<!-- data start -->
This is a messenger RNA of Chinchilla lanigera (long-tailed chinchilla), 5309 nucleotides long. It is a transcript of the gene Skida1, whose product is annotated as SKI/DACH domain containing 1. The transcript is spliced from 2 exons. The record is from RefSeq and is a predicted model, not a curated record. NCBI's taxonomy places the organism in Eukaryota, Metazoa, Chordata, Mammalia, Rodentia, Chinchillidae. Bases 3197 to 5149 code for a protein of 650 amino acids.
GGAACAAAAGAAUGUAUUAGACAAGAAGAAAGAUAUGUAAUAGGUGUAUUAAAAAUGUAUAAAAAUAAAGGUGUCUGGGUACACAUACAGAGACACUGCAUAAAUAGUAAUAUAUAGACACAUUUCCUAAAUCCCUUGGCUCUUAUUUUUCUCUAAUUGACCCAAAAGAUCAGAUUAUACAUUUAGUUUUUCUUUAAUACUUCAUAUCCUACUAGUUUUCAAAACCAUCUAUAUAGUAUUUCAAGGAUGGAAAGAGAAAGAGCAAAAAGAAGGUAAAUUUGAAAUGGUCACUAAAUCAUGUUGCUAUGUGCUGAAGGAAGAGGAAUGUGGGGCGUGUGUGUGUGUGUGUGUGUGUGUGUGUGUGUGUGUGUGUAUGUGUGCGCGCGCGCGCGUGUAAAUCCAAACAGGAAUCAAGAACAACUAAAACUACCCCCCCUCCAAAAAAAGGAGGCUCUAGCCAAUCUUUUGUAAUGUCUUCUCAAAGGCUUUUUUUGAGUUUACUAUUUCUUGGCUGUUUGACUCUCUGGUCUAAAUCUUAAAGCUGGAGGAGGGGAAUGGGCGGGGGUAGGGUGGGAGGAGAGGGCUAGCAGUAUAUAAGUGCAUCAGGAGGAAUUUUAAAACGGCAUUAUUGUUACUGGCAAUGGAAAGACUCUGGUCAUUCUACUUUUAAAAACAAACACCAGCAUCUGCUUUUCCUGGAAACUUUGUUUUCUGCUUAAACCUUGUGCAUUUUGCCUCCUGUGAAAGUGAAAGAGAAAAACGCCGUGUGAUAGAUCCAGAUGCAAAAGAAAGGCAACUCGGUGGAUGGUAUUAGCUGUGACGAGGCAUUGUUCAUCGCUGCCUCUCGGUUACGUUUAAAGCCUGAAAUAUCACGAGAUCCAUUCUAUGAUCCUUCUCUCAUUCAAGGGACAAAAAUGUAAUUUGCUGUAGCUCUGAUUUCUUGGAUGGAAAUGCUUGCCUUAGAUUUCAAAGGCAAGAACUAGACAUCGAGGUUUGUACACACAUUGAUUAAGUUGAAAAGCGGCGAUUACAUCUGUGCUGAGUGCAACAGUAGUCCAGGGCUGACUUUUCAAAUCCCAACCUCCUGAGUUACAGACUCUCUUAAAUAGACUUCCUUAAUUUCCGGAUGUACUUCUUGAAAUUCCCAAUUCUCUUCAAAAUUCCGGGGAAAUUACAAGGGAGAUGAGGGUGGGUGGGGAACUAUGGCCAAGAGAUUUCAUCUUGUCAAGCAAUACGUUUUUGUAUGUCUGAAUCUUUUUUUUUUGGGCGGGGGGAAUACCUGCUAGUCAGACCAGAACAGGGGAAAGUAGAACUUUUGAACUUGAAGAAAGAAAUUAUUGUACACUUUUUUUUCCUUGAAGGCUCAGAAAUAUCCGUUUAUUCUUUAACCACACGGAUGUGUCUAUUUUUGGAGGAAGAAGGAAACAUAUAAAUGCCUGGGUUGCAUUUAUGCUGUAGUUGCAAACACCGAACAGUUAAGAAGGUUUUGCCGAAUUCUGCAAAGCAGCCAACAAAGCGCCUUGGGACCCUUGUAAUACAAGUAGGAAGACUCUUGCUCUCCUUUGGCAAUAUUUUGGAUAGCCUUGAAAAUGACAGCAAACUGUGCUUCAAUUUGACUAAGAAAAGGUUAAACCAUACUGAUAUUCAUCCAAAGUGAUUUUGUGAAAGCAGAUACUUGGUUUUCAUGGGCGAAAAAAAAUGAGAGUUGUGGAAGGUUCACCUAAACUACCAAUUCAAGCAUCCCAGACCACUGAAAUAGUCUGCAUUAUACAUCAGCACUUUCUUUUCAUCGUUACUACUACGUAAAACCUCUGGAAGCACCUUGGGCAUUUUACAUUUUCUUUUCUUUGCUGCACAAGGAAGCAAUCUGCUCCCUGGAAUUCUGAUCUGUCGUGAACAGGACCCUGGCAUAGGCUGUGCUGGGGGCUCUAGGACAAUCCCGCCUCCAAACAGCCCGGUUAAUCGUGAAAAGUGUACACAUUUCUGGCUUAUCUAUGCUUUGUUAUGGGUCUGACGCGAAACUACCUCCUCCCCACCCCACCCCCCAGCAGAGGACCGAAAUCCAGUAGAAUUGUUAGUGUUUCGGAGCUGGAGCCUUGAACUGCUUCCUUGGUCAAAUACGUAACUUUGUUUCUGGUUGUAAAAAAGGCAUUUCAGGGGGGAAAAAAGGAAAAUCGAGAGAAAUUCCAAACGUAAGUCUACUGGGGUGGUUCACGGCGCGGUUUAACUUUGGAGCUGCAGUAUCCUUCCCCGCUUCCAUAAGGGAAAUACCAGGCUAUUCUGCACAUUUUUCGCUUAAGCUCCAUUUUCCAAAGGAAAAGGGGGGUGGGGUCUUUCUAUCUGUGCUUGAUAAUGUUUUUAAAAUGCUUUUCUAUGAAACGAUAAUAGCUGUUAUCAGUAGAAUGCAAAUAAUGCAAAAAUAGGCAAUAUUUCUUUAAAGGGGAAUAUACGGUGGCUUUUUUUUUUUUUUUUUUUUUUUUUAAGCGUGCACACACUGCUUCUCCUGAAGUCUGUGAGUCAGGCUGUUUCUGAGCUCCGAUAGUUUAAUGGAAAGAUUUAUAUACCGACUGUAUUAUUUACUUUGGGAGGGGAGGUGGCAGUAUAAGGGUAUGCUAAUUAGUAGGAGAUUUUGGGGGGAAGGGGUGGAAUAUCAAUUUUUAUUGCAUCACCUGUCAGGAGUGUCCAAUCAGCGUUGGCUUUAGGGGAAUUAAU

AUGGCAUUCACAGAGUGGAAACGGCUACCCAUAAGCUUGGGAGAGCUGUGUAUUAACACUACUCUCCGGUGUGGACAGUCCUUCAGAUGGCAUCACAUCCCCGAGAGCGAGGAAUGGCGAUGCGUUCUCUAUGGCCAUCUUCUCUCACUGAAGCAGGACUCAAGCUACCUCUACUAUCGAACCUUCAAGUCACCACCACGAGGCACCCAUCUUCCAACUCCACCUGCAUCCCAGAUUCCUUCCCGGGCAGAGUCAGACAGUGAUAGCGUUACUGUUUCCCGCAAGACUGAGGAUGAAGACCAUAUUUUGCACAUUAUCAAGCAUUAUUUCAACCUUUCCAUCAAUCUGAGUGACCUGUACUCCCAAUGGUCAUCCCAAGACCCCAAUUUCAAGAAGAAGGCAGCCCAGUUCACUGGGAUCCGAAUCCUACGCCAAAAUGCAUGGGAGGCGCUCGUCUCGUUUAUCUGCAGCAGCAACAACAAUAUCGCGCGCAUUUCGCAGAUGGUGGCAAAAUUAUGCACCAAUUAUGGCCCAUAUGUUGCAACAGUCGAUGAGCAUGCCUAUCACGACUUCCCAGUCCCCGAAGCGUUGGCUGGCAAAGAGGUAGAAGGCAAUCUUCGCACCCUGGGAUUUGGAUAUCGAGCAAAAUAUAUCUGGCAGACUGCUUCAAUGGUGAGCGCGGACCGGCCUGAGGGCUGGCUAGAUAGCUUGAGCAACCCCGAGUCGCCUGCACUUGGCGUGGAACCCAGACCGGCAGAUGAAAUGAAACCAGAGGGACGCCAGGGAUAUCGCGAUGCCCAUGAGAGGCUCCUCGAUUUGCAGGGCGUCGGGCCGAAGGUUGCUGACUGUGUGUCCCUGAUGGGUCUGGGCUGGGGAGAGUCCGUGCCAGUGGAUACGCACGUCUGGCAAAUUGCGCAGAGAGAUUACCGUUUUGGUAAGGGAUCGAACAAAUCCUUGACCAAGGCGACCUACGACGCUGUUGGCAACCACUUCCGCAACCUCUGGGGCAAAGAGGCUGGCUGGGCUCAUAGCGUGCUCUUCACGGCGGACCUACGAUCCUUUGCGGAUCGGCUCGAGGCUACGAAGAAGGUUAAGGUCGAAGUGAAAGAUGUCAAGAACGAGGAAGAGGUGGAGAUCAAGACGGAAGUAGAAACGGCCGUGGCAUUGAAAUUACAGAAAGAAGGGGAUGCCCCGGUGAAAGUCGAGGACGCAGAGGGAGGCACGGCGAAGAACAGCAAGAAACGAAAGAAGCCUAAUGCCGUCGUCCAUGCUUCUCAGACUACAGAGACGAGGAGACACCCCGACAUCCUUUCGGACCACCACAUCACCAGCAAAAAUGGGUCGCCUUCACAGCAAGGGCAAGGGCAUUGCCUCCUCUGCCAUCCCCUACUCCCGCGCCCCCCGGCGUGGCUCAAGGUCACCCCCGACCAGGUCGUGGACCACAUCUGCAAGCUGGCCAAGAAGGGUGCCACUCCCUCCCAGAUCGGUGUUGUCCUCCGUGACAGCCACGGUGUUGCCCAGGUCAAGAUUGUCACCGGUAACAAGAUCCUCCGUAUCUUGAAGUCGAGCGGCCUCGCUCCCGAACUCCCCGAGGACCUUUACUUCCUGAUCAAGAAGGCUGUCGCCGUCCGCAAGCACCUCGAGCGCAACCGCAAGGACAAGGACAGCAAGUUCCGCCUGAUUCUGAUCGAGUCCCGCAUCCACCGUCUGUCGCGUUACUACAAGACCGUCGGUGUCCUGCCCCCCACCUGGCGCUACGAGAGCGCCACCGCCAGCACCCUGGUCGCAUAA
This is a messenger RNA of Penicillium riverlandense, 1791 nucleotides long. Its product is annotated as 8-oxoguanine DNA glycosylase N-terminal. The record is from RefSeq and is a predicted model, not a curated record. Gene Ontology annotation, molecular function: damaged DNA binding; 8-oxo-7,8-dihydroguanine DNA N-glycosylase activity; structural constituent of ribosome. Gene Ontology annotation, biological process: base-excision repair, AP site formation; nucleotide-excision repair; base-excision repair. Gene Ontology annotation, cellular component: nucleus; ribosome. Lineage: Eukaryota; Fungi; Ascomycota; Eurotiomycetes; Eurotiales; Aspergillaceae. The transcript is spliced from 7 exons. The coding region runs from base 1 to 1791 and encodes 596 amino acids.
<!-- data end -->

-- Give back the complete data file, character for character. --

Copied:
This is a messenger RNA of Chinchilla lanigera (long-tailed chinchilla), 5309 nucleotides long. It is a transcript of the gene Skida1, whose product is annotated as SKI/DACH domain containing 1. The transcript is spliced from 2 exons. The record is from RefSeq and is a predicted model, not a curated record. NCBI's taxonomy places the organism in Eukaryota, Metazoa, Chordata, Mammalia, Rodentia, Chinchillidae. Bases 3197 to 5149 code for a protein of 650 amino acids.
GGAACAAAAGAAUGUAUUAGACAAGAAGAAAGAUAUGUAAUAGGUGUAUUAAAAAUGUAUAAAAAUAAAGGUGUCUGGGUACACAUACAGAGACACUGCAUAAAUAGUAAUAUAUAGACACAUUUCCUAAAUCCCUUGGCUCUUAUUUUUCUCUAAUUGACCCAAAAGAUCAGAUUAUACAUUUAGUUUUUCUUUAAUACUUCAUAUCCUACUAGUUUUCAAAACCAUCUAUAUAGUAUUUCAAGGAUGGAAAGAGAAAGAGCAAAAAGAAGGUAAAUUUGAAAUGGUCACUAAAUCAUGUUGCUAUGUGCUGAAGGAAGAGGAAUGUGGGGCGUGUGUGUGUGUGUGUGUGUGUGUGUGUGUGUGUGUGUGUAUGUGUGCGCGCGCGCGCGUGUAAAUCCAAACAGGAAUCAAGAACAACUAAAACUACCCCCCCUCCAAAAAAAGGAGGCUCUAGCCAAUCUUUUGUAAUGUCUUCUCAAAGGCUUUUUUUGAGUUUACUAUUUCUUGGCUGUUUGACUCUCUGGUCUAAAUCUUAAAGCUGGAGGAGGGGAAUGGGCGGGGGUAGGGUGGGAGGAGAGGGCUAGCAGUAUAUAAGUGCAUCAGGAGGAAUUUUAAAACGGCAUUAUUGUUACUGGCAAUGGAAAGACUCUGGUCAUUCUACUUUUAAAAACAAACACCAGCAUCUGCUUUUCCUGGAAACUUUGUUUUCUGCUUAAACCUUGUGCAUUUUGCCUCCUGUGAAAGUGAAAGAGAAAAACGCCGUGUGAUAGAUCCAGAUGCAAAAGAAAGGCAACUCGGUGGAUGGUAUUAGCUGUGACGAGGCAUUGUUCAUCGCUGCCUCUCGGUUACGUUUAAAGCCUGAAAUAUCACGAGAUCCAUUCUAUGAUCCUUCUCUCAUUCAAGGGACAAAAAUGUAAUUUGCUGUAGCUCUGAUUUCUUGGAUGGAAAUGCUUGCCUUAGAUUUCAAAGGCAAGAACUAGACAUCGAGGUUUGUACACACAUUGAUUAAGUUGAAAAGCGGCGAUUACAUCUGUGCUGAGUGCAACAGUAGUCCAGGGCUGACUUUUCAAAUCCCAACCUCCUGAGUUACAGACUCUCUUAAAUAGACUUCCUUAAUUUCCGGAUGUACUUCUUGAAAUUCCCAAUUCUCUUCAAAAUUCCGGGGAAAUUACAAGGGAGAUGAGGGUGGGUGGGGAACUAUGGCCAAGAGAUUUCAUCUUGUCAAGCAAUACGUUUUUGUAUGUCUGAAUCUUUUUUUUUUGGGCGGGGGGAAUACCUGCUAGUCAGACCAGAACAGGGGAAAGUAGAACUUUUGAACUUGAAGAAAGAAAUUAUUGUACACUUUUUUUUCCUUGAAGGCUCAGAAAUAUCCGUUUAUUCUUUAACCACACGGAUGUGUCUAUUUUUGGAGGAAGAAGGAAACAUAUAAAUGCCUGGGUUGCAUUUAUGCUGUAGUUGCAAACACCGAACAGUUAAGAAGGUUUUGCCGAAUUCUGCAAAGCAGCCAACAAAGCGCCUUGGGACCCUUGUAAUACAAGUAGGAAGACUCUUGCUCUCCUUUGGCAAUAUUUUGGAUAGCCUUGAAAAUGACAGCAAACUGUGCUUCAAUUUGACUAAGAAAAGGUUAAACCAUACUGAUAUUCAUCCAAAGUGAUUUUGUGAAAGCAGAUACUUGGUUUUCAUGGGCGAAAAAAAAUGAGAGUUGUGGAAGGUUCACCUAAACUACCAAUUCAAGCAUCCCAGACCACUGAAAUAGUCUGCAUUAUACAUCAGCACUUUCUUUUCAUCGUUACUACUACGUAAAACCUCUGGAAGCACCUUGGGCAUUUUACAUUUUCUUUUCUUUGCUGCACAAGGAAGCAAUCUGCUCCCUGGAAUUCUGAUCUGUCGUGAACAGGACCCUGGCAUAGGCUGUGCUGGGGGCUCUAGGACAAUCCCGCCUCCAAACAGCCCGGUUAAUCGUGAAAAGUGUACACAUUUCUGGCUUAUCUAUGCUUUGUUAUGGGUCUGACGCGAAACUACCUCCUCCCCACCCCACCCCCCAGCAGAGGACCGAAAUCCAGUAGAAUUGUUAGUGUUUCGGAGCUGGAGCCUUGAACUGCUUCCUUGGUCAAAUACGUAACUUUGUUUCUGGUUGUAAAAAAGGCAUUUCAGGGGGGAAAAAAGGAAAAUCGAGAGAAAUUCCAAACGUAAGUCUACUGGGGUGGUUCACGGCGCGGUUUAACUUUGGAGCUGCAGUAUCCUUCCCCGCUUCCAUAAGGGAAAUACCAGGCUAUUCUGCACAUUUUUCGCUUAAGCUCCAUUUUCCAAAGGAAAAGGGGGGUGGGGUCUUUCUAUCUGUGCUUGAUAAUGUUUUUAAAAUGCUUUUCUAUGAAACGAUAAUAGCUGUUAUCAGUAGAAUGCAAAUAAUGCAAAAAUAGGCAAUAUUUCUUUAAAGGGGAAUAUACGGUGGCUUUUUUUUUUUUUUUUUUUUUUUUUAAGCGUGCACACACUGCUUCUCCUGAAGUCUGUGAGUCAGGCUGUUUCUGAGCUCCGAUAGUUUAAUGGAAAGAUUUAUAUACCGACUGUAUUAUUUACUUUGGGAGGGGAGGUGGCAGUAUAAGGGUAUGCUAAUUAGUAGGAGAUUUUGGGGGGAAGGGGUGGAAUAUCAAUUUUUAUUGCAUCACCUGUCAGGAGUGUCCAAUCAGCGUUGGCUUUAGGGGAAUUAAU

AUGGCAUUCACAGAGUGGAAACGGCUACCCAUAAGCUUGGGAGAGCUGUGUAUUAACACUACUCUCCGGUGUGGACAGUCCUUCAGAUGGCAUCACAUCCCCGAGAGCGAGGAAUGGCGAUGCGUUCUCUAUGGCCAUCUUCUCUCACUGAAGCAGGACUCAAGCUACCUCUACUAUCGAACCUUCAAGUCACCACCACGAGGCACCCAUCUUCCAACUCCACCUGCAUCCCAGAUUCCUUCCCGGGCAGAGUCAGACAGUGAUAGCGUUACUGUUUCCCGCAAGACUGAGGAUGAAGACCAUAUUUUGCACAUUAUCAAGCAUUAUUUCAACCUUUCCAUCAAUCUGAGUGACCUGUACUCCCAAUGGUCAUCCCAAGACCCCAAUUUCAAGAAGAAGGCAGCCCAGUUCACUGGGAUCCGAAUCCUACGCCAAAAUGCAUGGGAGGCGCUCGUCUCGUUUAUCUGCAGCAGCAACAACAAUAUCGCGCGCAUUUCGCAGAUGGUGGCAAAAUUAUGCACCAAUUAUGGCCCAUAUGUUGCAACAGUCGAUGAGCAUGCCUAUCACGACUUCCCAGUCCCCGAAGCGUUGGCUGGCAAAGAGGUAGAAGGCAAUCUUCGCACCCUGGGAUUUGGAUAUCGAGCAAAAUAUAUCUGGCAGACUGCUUCAAUGGUGAGCGCGGACCGGCCUGAGGGCUGGCUAGAUAGCUUGAGCAACCCCGAGUCGCCUGCACUUGGCGUGGAACCCAGACCGGCAGAUGAAAUGAAACCAGAGGGACGCCAGGGAUAUCGCGAUGCCCAUGAGAGGCUCCUCGAUUUGCAGGGCGUCGGGCCGAAGGUUGCUGACUGUGUGUCCCUGAUGGGUCUGGGCUGGGGAGAGUCCGUGCCAGUGGAUACGCACGUCUGGCAAAUUGCGCAGAGAGAUUACCGUUUUGGUAAGGGAUCGAACAAAUCCUUGACCAAGGCGACCUACGACGCUGUUGGCAACCACUUCCGCAACCUCUGGGGCAAAGAGGCUGGCUGGGCUCAUAGCGUGCUCUUCACGGCGGACCUACGAUCCUUUGCGGAUCGGCUCGAGGCUACGAAGAAGGUUAAGGUCGAAGUGAAAGAUGUCAAGAACGAGGAAGAGGUGGAGAUCAAGACGGAAGUAGAAACGGCCGUGGCAUUGAAAUUACAGAAAGAAGGGGAUGCCCCGGUGAAAGUCGAGGACGCAGAGGGAGGCACGGCGAAGAACAGCAAGAAACGAAAGAAGCCUAAUGCCGUCGUCCAUGCUUCUCAGACUACAGAGACGAGGAGACACCCCGACAUCCUUUCGGACCACCACAUCACCAGCAAAAAUGGGUCGCCUUCACAGCAAGGGCAAGGGCAUUGCCUCCUCUGCCAUCCCCUACUCCCGCGCCCCCCGGCGUGGCUCAAGGUCACCCCCGACCAGGUCGUGGACCACAUCUGCAAGCUGGCCAAGAAGGGUGCCACUCCCUCCCAGAUCGGUGUUGUCCUCCGUGACAGCCACGGUGUUGCCCAGGUCAAGAUUGUCACCGGUAACAAGAUCCUCCGUAUCUUGAAGUCGAGCGGCCUCGCUCCCGAACUCCCCGAGGACCUUUACUUCCUGAUCAAGAAGGCUGUCGCCGUCCGCAAGCACCUCGAGCGCAACCGCAAGGACAAGGACAGCAAGUUCCGCCUGAUUCUGAUCGAGUCCCGCAUCCACCGUCUGUCGCGUUACUACAAGACCGUCGGUGUCCUGCCCCCCACCUGGCGCUACGAGAGCGCCACCGCCAGCACCCUGGUCGCAUAA
This is a messenger RNA of Penicillium riverlandense, 1791 nucleotides long. Its product is annotated as 8-oxoguanine DNA glycosylase N-terminal. The record is from RefSeq and is a predicted model, not a curated record. Gene Ontology annotation, molecular function: damaged DNA binding; 8-oxo-7,8-dihydroguanine DNA N-glycosylase activity; structural constituent of ribosome. Gene Ontology annotation, biological process: base-excision repair, AP site formation; nucleotide-excision repair; base-excision repair. Gene Ontology annotation, cellular component: nucleus; ribosome. Lineage: Eukaryota; Fungi; Ascomycota; Eurotiomycetes; Eurotiales; Aspergillaceae. The transcript is spliced from 7 exons. The coding region runs from base 1 to 1791 and encodes 596 amino acids.